Share this article

print logo

Yemeni family expands Lucky’s shop into multibusiness plaza

Lucky’s on Sycamore Street was a small but ambitious store whose owners were driven by a distressed community’s dearth of goods and services. It doubled as an all-purpose convenience store, even carrying CD players, and a popular wireless franchise, offering new service and repairs.

Now the 800-square-foot business has expanded into a 5,000-square-foot shopping plaza with space for four businesses and at least 25 potential jobs.

Its first tenants are a new convenience store and a Cricket cellphone store. Work on the two remaining spaces will finish next month. A Chester Fried Chicken restaurant will take one, and a national franchise is being sought for the remaining space, equipped with a drive-through.

The expansion gobbled neighboring vacant lots, dramatically improving the look of the corner of Sycamore and Herman streets.

“We want to provide opportunities to the community,” said Ali Majid, co-owner of the family-run business that built the plaza. “We could have just expanded the store, but a bigger store is not the same as a plaza with different stores. A plaza will bring the community up and encourage other people to open businesses. There are many vacant lots around here and a lot of need.”

The Majid family’s $400,000 investment is one of many examples of Yemeni immigrants, longtime East Side corner store operators, graduating to bigger ventures. Another Yemeni-owned plaza was completed last year at 1097 Broadway. It has attracted six new businesses, including a pharmacy, ethnic grocery store and a Domino’s, which opened in May. A meat store is also slated for the Broadway plaza.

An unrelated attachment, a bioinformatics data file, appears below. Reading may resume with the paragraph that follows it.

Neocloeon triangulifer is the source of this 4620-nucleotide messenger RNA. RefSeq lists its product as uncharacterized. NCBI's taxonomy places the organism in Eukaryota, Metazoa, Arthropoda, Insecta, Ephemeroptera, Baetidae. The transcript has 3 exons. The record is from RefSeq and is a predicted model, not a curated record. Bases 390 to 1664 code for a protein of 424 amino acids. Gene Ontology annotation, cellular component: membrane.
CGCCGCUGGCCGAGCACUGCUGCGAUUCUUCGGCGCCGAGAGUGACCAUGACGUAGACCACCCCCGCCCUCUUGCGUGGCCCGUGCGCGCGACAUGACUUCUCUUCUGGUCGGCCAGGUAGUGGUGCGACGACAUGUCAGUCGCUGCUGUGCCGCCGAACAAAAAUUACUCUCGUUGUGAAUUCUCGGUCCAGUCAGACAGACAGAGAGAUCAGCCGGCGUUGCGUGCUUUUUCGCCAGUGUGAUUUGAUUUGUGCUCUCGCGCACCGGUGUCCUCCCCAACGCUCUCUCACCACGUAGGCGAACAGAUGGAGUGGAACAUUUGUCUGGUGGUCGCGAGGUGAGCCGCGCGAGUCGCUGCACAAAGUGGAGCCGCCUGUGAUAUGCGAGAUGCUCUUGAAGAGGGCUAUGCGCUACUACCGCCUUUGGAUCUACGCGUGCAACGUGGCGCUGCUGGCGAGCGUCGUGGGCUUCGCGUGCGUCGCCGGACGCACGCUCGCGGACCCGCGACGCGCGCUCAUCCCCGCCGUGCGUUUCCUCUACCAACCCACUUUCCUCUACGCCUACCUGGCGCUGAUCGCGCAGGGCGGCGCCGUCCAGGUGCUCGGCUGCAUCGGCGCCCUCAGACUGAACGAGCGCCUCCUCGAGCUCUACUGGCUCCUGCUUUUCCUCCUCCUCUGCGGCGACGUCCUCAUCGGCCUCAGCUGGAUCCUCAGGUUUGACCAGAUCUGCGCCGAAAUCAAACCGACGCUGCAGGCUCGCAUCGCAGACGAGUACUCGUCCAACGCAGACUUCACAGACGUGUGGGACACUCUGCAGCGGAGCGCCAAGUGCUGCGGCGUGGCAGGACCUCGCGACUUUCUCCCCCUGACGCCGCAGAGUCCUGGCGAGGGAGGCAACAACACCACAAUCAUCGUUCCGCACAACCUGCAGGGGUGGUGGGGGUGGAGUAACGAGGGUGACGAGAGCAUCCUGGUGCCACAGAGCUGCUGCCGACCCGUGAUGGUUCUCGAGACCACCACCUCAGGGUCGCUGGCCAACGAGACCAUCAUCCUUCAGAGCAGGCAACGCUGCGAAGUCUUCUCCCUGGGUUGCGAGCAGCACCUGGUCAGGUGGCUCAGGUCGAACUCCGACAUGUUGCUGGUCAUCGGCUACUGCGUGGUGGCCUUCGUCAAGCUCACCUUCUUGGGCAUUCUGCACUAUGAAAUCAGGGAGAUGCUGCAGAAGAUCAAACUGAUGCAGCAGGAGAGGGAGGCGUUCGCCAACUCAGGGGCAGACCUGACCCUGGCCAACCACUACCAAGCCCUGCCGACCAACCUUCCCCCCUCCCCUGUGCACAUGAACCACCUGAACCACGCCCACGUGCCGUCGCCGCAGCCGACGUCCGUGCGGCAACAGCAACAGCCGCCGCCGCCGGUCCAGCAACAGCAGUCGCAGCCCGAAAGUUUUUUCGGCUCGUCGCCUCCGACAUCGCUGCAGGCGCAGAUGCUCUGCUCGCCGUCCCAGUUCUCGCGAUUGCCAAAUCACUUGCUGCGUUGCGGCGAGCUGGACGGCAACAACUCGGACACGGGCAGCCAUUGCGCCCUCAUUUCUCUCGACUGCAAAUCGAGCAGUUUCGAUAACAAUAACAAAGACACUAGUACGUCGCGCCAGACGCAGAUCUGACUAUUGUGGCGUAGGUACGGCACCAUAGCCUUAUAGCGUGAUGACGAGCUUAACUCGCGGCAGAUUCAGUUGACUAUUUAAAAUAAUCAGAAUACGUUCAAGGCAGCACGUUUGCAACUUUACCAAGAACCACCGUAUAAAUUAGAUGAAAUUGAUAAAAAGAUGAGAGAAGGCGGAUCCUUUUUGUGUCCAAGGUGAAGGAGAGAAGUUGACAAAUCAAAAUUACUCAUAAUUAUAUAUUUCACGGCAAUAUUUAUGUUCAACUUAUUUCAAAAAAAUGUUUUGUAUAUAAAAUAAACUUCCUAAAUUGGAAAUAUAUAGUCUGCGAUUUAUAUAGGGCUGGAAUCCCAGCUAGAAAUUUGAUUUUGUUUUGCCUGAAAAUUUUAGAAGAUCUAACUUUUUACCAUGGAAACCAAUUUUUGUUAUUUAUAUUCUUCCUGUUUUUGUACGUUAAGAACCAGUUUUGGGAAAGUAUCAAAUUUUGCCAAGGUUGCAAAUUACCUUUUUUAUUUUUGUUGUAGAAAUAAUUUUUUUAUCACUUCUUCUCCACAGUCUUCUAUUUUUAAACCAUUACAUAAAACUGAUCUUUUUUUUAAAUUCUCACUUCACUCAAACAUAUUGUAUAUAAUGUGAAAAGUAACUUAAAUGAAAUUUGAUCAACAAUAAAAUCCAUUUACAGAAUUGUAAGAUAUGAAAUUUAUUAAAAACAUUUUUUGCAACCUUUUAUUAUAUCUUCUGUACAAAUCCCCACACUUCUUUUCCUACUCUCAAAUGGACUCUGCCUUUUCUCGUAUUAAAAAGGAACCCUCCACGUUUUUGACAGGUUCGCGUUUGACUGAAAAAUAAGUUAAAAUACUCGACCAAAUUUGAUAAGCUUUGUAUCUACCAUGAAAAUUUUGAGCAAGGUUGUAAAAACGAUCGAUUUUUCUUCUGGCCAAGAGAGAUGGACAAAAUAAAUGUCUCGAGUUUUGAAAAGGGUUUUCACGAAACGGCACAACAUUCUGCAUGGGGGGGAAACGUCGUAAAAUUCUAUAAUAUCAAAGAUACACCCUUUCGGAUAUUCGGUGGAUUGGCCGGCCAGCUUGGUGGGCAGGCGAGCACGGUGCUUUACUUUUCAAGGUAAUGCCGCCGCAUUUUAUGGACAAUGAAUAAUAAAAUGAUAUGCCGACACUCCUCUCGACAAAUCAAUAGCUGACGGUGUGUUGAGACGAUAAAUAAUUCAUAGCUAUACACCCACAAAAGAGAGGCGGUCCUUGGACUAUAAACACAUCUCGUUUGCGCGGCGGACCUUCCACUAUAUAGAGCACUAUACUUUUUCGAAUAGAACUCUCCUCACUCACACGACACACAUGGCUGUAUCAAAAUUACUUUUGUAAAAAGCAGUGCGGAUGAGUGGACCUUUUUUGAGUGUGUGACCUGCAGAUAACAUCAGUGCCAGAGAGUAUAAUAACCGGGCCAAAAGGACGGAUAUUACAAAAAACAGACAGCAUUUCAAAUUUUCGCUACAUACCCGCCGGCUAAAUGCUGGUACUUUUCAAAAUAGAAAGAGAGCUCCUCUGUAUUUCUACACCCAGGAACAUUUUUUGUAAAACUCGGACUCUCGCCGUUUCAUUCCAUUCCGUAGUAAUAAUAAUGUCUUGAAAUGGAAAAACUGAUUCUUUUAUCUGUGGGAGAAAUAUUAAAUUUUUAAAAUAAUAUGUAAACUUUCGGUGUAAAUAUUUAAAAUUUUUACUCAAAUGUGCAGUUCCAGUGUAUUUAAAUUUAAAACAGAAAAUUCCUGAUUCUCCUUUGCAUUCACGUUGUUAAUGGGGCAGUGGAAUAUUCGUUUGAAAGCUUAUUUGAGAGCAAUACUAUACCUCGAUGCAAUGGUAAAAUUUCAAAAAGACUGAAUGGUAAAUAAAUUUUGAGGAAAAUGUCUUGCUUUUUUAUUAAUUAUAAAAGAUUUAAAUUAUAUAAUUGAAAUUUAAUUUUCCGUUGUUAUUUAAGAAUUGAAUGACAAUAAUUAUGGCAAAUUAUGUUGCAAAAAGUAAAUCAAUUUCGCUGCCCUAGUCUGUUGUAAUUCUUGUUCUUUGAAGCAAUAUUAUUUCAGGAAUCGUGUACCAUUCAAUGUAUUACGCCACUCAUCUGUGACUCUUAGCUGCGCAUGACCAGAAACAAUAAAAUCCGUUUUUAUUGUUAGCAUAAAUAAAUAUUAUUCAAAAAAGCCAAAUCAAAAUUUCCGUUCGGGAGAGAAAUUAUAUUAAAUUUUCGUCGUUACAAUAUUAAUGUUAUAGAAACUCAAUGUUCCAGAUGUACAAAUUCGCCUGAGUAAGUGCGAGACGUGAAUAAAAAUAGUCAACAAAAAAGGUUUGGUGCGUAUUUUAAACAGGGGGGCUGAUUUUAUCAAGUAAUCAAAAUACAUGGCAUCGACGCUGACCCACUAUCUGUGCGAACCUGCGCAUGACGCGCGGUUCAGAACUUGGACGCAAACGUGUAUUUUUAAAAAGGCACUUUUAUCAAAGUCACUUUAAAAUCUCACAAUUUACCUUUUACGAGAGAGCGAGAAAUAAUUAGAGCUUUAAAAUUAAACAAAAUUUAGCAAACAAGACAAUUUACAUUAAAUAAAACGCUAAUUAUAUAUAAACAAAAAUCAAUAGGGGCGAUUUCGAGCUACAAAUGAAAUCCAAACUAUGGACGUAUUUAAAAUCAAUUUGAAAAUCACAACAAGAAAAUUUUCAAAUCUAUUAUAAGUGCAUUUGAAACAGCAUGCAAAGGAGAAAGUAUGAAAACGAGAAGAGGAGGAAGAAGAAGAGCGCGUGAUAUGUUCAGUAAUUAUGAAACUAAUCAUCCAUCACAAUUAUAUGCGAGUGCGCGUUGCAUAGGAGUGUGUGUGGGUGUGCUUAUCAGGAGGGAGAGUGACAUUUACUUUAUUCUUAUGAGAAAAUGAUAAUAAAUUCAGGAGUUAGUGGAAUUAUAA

Abdul Majid, Ali’s older brother, opened Lucky’s in 1985. In 2000, it became an authorized Cricket dealer. Its tight quarters were crammed with customers grabbing loaves of bread and milk, and customers paying cellphone bills or upgrading smartphones.

“The store was always crowded, everybody was complaining,” Ali Majid said. Construction began in July, but the original wasn’t demolished until August, when two spaces were completed in the plaza to avoid an interruption of business.

The neighborhood was welcomed to the new plaza recently with Lucky’s annual back-to-school drive.

More than 500 free backpacks and school supplies were given to neighborhood kids, Ali Majid said.

email: esapong@buffnews.com